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Other Names for this Disease
- Cataract, congenital, blue dot type 1
- Cataract, congenital, cerulean type 1
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 They are usually bilateral and progressive. Infants can be asymptomatic, but may also be visually impaired from birth and develop nystagmus and amblyopia. In adulthood, the cataracts may progress, making lens removal necessary. Cerulean cataracts may be caused by mutations in several genes, including the CRYBB2, CRYGD, and MAF genes, and are inherited in an autosomal dominant manner. No treatment is known to prevent cerulean cataracts, but frequent evaluations and cataract surgery are typically required to prevent amblyopia as the opacities progress.Cerulean cataracts are opaque areas that develop in the lens of the eye that often have a bluish or whitish color. They may be present at birth or develop in very early childhood, but may not be diagnosed until adulthood.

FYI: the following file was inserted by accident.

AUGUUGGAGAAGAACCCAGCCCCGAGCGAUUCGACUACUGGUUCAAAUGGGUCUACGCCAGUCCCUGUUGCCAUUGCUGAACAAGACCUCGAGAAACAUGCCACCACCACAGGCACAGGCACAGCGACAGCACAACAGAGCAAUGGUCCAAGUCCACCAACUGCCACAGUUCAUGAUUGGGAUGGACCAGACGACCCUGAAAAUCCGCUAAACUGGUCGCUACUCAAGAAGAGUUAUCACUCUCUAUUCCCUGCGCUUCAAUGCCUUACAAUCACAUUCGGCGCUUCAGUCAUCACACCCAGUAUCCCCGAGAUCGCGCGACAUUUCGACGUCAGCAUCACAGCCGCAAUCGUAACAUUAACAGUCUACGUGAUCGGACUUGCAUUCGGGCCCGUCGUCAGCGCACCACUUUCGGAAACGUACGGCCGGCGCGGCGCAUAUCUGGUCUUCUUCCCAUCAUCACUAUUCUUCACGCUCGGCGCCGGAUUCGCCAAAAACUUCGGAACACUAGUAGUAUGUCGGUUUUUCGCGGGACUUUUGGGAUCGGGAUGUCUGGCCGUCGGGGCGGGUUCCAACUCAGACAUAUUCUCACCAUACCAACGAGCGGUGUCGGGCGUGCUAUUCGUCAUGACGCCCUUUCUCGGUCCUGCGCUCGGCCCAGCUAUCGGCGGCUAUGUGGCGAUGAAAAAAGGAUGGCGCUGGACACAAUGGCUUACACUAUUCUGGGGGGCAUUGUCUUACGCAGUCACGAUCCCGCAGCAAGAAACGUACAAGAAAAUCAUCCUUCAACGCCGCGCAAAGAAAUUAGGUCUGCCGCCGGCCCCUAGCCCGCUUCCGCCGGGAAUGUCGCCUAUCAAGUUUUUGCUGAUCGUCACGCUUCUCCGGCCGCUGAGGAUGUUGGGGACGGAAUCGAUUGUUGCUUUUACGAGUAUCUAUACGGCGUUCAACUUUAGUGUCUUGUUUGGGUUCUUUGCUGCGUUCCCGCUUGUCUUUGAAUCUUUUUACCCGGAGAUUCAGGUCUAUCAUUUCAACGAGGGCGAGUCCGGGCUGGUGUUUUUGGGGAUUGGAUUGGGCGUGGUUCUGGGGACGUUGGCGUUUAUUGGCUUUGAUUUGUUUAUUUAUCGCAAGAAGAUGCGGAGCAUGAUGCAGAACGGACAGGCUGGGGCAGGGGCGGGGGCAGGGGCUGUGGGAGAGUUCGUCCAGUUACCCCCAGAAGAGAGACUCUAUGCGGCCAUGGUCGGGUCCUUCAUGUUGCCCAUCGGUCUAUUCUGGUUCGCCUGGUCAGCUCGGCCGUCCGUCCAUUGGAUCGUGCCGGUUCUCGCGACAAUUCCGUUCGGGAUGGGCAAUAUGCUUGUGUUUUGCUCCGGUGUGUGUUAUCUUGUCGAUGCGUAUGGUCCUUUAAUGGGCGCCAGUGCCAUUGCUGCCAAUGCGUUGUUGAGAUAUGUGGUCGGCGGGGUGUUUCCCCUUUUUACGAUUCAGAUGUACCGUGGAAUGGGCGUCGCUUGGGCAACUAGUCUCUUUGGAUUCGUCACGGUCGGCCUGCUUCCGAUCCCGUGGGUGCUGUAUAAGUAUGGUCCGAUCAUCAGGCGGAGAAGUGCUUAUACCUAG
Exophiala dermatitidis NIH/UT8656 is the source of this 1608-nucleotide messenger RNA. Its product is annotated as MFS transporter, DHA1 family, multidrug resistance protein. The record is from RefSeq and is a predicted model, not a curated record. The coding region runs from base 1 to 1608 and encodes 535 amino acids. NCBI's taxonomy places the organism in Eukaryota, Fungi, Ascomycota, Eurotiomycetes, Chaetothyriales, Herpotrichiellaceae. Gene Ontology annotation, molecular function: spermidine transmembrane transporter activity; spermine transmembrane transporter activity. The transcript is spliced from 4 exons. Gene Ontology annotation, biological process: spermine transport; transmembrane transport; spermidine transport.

Last updated: 4/6/2011
- Marla J. F. O'Neill et al. CATARACT, CONGENITAL, CERULEAN TYPE, 1; CCA1. OMIM. June 21, 2006; http://www.ncbi.nlm.nih.gov/omim/115660. Accessed 4/6/2011.
- Cataracts, Congenital Cerulean. University of Arizone. 2010; http://disorders.eyes.arizona.edu/disorders/cataracts-congenital-cerulean. Accessed 4/6/2011.
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- The Online Mendelian Inheritance in Man (OMIM) database contains genetics resources that discuss different types of cerulean cataracts. Click on the links below to go to OMIM and review these resources.
CATARACT, CONGENITAL, CERULEAN TYPE, 1; CCA1
CATARACT, CONGENITAL, CERULEAN TYPE, 2; CCA2
CATARACT, CONGENITAL, CERULEAN TYPE, 3; CCA3
CATARACT, PULVERULENT, JUVENILE-ONSET
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